Strange Glow: The Story of Radiation,
Timothy Jorgensen’s Strange Glow: The Story of Radiation has two purposes: to educate the lay public about the various real and imagined health risks radiation poses to humans and to tell “the story of radiation,” as his subtitle has it, from x rays to mobile phones. An accomplished radiation biologist, Jorgensen succeeds as a communicator of the current state of the fraught and fluid field in which he works. Strange Glow’s historical account is less adept, however. General audiences will likely struggle with an overabundance of detail, while historians of science will recognize their discipline’s original sin of presentism—using modern standards to judge the quality and value of historical scientific work.
The final third of the book, in which Jorgensen lands on his own professional turf, is the strongest. Jorgensen discusses how to evaluate radiation’s risks and rewards using examples drawn from contemporary accounts of Fukushima, the discovery of environmental radon, nuclear medicine, and dirty bomb threats. The anxieties and aspirations that those events have revealed in the contemporary zeitgeist are then further explored through his patient and clear explanation of how the prepared mind should evaluate risk.
Jorgensen’s approach has real value because people tend to reckon poorly with phenomena that span as many orders of magnitude as the variables involved in calculating radiation risks. He properly resists the temptation to simply instruct his audience not to fear the many sorts of radiation they may encounter and offers instead straightforward lessons in how to make calculations that will generally result in unfrightening conclusions about the dangers of cell phones or the abundant supply of uranium-bearing minerals in Earth’s crust.
The anecdotal approach applied to more distant times and places in the first two-thirds of the book, however, is not always as effective. Jorgensen uses vignettes on familiar topics related to radiation to loosely follow the evolution of scientific thought on the subject, from x rays and radioactivity to nuclear weapons and fallout, and perhaps to too many points in between. Strange Glow is ostensibly about the intersection of radiation and human health, and a firmer editorial hand could have profitably cut a number of passages tangential to that subject—for example, on the death of Topsy the Elephant, the development of radar, or the trigonometry used to calculate the release point for the Enola Gay bomb.
Furthermore, because of a persistent tendency to evaluate his actors by contemporary standards, Jorgensen’s narrative occasionally goes astray. Why were the charter generation of radiologists so cavalier in the face of the seemingly obvious dangers their machines presented to their own health? Even a partial answer requires a fairly deep dive into the martyr-venerating professional culture that arose among them, the persistent and plausible belief that most radiation-related symptoms actually came from ozone discharge, and the decades-long use of radiation burns on patients as an impromptu dosimeter during treatments.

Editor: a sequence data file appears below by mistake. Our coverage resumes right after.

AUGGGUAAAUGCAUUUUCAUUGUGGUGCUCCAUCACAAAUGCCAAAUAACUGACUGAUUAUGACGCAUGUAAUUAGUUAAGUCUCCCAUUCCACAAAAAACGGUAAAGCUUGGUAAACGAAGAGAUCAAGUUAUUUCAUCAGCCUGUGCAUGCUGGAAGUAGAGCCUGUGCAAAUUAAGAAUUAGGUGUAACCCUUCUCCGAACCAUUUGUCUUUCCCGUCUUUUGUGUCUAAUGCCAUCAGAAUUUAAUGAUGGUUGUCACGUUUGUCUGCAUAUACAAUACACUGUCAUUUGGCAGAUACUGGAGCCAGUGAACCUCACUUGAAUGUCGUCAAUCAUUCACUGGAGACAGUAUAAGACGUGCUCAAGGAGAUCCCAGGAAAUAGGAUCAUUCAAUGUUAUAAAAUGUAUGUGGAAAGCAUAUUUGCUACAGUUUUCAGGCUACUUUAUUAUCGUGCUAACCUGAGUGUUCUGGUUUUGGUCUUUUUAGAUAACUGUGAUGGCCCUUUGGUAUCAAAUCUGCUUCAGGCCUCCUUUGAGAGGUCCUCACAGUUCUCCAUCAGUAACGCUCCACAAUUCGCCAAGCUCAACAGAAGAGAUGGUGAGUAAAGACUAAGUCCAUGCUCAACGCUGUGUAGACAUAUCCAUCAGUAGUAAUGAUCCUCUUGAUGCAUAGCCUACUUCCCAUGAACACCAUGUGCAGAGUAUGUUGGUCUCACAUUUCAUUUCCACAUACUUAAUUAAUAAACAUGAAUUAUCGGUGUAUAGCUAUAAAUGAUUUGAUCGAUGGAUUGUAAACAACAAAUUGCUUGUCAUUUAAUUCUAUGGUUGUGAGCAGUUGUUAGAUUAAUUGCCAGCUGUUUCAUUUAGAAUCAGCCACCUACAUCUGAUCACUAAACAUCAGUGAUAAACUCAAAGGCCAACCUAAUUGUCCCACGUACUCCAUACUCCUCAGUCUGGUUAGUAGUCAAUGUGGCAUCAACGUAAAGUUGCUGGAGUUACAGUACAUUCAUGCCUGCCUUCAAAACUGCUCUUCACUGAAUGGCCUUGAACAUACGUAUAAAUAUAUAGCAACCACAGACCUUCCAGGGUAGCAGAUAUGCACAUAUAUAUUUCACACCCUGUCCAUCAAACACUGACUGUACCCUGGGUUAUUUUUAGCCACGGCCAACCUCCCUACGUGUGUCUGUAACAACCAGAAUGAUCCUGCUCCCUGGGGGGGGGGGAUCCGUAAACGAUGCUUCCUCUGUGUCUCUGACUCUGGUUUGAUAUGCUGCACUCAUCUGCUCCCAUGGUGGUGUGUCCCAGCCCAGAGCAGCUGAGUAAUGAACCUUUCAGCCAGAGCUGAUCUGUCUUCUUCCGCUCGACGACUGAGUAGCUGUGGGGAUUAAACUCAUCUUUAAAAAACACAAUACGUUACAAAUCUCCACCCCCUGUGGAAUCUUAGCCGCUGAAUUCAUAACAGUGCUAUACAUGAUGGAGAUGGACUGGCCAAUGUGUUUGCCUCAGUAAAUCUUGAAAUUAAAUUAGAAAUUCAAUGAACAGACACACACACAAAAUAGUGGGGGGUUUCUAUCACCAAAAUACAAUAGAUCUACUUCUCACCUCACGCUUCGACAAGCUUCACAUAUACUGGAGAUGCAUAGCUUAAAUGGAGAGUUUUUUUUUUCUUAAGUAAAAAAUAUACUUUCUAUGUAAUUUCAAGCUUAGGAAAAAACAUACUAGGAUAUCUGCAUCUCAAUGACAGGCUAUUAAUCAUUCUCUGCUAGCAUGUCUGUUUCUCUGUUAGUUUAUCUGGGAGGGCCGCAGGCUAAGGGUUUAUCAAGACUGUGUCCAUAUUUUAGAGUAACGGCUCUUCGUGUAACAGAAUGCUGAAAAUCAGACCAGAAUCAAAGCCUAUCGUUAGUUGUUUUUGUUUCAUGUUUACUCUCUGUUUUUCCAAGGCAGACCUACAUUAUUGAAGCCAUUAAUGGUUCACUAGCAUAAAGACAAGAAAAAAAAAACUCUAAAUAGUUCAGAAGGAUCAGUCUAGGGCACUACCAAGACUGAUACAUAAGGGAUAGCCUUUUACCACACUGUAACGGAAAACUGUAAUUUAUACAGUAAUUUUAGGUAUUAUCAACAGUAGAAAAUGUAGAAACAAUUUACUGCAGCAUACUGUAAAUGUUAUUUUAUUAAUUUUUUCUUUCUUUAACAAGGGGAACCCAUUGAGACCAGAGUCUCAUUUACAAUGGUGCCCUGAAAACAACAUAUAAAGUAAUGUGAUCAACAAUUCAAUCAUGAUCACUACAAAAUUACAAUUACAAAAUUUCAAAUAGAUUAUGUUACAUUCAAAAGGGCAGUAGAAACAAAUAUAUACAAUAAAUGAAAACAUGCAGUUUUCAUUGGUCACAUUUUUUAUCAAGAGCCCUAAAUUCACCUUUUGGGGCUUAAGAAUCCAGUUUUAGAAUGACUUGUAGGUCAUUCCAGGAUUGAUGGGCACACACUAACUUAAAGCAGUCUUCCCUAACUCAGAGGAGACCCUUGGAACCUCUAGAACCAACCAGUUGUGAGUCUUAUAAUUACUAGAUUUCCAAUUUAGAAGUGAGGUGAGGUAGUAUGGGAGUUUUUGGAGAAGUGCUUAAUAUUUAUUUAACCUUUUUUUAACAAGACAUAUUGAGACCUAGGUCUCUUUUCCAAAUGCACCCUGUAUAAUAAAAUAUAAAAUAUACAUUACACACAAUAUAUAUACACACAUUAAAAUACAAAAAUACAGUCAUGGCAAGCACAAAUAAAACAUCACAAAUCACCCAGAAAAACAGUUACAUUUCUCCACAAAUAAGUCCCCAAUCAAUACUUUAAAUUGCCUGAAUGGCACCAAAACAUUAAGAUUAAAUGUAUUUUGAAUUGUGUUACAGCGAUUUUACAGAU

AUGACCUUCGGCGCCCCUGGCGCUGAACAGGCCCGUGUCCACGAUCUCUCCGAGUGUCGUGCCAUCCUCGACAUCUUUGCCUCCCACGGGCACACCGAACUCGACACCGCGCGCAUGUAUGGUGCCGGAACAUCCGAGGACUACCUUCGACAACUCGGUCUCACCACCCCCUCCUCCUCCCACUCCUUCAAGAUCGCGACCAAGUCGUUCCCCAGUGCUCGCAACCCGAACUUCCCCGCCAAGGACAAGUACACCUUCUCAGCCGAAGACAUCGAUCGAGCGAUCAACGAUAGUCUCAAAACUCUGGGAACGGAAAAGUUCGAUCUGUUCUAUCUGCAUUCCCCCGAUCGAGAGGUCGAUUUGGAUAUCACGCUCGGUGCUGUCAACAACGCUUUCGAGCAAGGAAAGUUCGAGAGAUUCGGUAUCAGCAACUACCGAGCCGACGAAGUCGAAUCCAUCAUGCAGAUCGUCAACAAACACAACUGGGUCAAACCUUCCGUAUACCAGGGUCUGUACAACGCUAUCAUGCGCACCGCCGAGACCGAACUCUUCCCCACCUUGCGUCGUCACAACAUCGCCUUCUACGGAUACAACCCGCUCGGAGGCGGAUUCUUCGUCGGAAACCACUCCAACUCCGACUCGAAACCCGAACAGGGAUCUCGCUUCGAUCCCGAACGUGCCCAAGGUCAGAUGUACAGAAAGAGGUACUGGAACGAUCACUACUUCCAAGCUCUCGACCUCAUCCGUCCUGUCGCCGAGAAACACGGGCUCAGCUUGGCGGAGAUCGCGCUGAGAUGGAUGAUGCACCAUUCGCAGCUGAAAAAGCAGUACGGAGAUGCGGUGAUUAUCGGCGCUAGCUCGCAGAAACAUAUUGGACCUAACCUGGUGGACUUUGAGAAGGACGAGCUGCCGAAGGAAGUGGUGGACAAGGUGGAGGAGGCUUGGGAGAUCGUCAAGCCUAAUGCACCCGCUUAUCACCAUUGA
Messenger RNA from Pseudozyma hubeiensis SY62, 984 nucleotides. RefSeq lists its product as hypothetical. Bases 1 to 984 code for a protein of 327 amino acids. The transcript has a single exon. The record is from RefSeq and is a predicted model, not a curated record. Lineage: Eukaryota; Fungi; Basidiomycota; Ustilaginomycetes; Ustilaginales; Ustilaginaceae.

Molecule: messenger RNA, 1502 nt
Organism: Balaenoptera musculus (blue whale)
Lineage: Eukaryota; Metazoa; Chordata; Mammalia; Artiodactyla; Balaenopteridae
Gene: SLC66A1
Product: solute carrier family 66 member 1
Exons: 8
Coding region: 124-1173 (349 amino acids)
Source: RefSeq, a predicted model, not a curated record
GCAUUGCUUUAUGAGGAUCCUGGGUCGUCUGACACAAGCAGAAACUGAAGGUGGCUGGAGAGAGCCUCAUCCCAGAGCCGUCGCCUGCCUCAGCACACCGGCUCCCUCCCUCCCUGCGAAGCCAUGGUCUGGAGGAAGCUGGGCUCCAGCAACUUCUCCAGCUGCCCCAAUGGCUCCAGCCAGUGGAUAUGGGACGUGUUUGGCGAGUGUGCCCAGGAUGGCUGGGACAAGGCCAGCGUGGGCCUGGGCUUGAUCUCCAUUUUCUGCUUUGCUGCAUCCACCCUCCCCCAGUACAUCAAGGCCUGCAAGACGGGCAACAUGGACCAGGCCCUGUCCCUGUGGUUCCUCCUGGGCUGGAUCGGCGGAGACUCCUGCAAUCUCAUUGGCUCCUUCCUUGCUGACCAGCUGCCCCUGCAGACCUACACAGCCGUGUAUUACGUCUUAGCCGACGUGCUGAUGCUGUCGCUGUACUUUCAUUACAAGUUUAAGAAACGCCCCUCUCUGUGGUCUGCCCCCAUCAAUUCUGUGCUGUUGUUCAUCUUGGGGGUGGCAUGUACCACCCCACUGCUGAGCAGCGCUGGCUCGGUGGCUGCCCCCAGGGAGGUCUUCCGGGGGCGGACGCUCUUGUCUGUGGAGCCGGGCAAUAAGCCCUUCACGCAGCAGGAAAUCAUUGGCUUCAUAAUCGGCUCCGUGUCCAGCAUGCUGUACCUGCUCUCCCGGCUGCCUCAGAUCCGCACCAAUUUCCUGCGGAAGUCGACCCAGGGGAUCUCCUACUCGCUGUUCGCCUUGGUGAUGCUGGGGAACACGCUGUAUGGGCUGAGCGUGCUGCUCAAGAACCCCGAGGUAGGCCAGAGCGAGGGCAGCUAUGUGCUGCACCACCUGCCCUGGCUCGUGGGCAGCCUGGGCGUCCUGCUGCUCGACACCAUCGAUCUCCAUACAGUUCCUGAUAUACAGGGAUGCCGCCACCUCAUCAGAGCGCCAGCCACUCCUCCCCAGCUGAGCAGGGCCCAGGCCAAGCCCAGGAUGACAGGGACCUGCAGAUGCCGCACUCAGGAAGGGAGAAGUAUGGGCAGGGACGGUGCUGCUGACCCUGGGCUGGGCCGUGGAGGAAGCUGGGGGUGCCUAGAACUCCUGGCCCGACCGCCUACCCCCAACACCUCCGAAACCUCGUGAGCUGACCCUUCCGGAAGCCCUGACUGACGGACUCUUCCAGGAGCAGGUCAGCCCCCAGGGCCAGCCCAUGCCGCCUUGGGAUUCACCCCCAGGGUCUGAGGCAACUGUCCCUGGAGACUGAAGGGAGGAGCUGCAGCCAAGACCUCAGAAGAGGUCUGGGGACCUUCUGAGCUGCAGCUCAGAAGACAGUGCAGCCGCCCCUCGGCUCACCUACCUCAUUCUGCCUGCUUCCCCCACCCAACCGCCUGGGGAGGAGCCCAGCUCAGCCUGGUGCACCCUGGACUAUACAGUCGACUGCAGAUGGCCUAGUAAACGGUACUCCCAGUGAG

Jorgensen, however, concludes that “common sense” was unevenly distributed among early radiation workers, and that these researchers were hurt “more [by] negligence than ignorance.” He acknowledges, in a section titled “Cutting the Pioneers Some Slack,” that fin de siècle scientists should be “forgiven” for not understanding their discoveries as clearly as we do. Yet he is willing to retrospectively grade Herman Muller’s political acumen, Marie Curie’s management of her laboratory, and the critics of radium-therapy pioneer Howard Kelly—all cases for which Strange Glow’s indulgence in presentism causes it to miss the complexity of the historical record.
At the outset, Jorgensen declares his intention that Strange Glow be “useful in practical ways” for nonscientists wishing to make sense of their irradiated world. The book’s careful and readable treatment of radiation’s risks and rewards will certainly succeed in tamping down tendencies toward unwarranted ray-phobia in contemporary culture. It’s probably safe to assume that lay readers looking for accessible information about radiation will not be especially bothered by Jorgensen’s departures from historians’ best practices. But neither will they profit from his retellings of radiation history as much as they would from reading some of his sources, like Bettyann Kevles’s Naked to the Bone: Medical Imaging in the Twentieth Century (Rutgers U. Press, 1997) or Spencer Weart’s recently reissued classic The Rise of Nuclear Fear (Harvard U. Press, 2012).
Strange Glow is flawed as a history, but accessible and useful as an intervention in the public’s practical understanding of radiation in the modern world.
Matthew Lavine is an associate professor of history at Mississippi State University in Starkville. A cultural historian of science, he specializes in the public understanding of radiation and radioactivity in the era before nuclear weapons.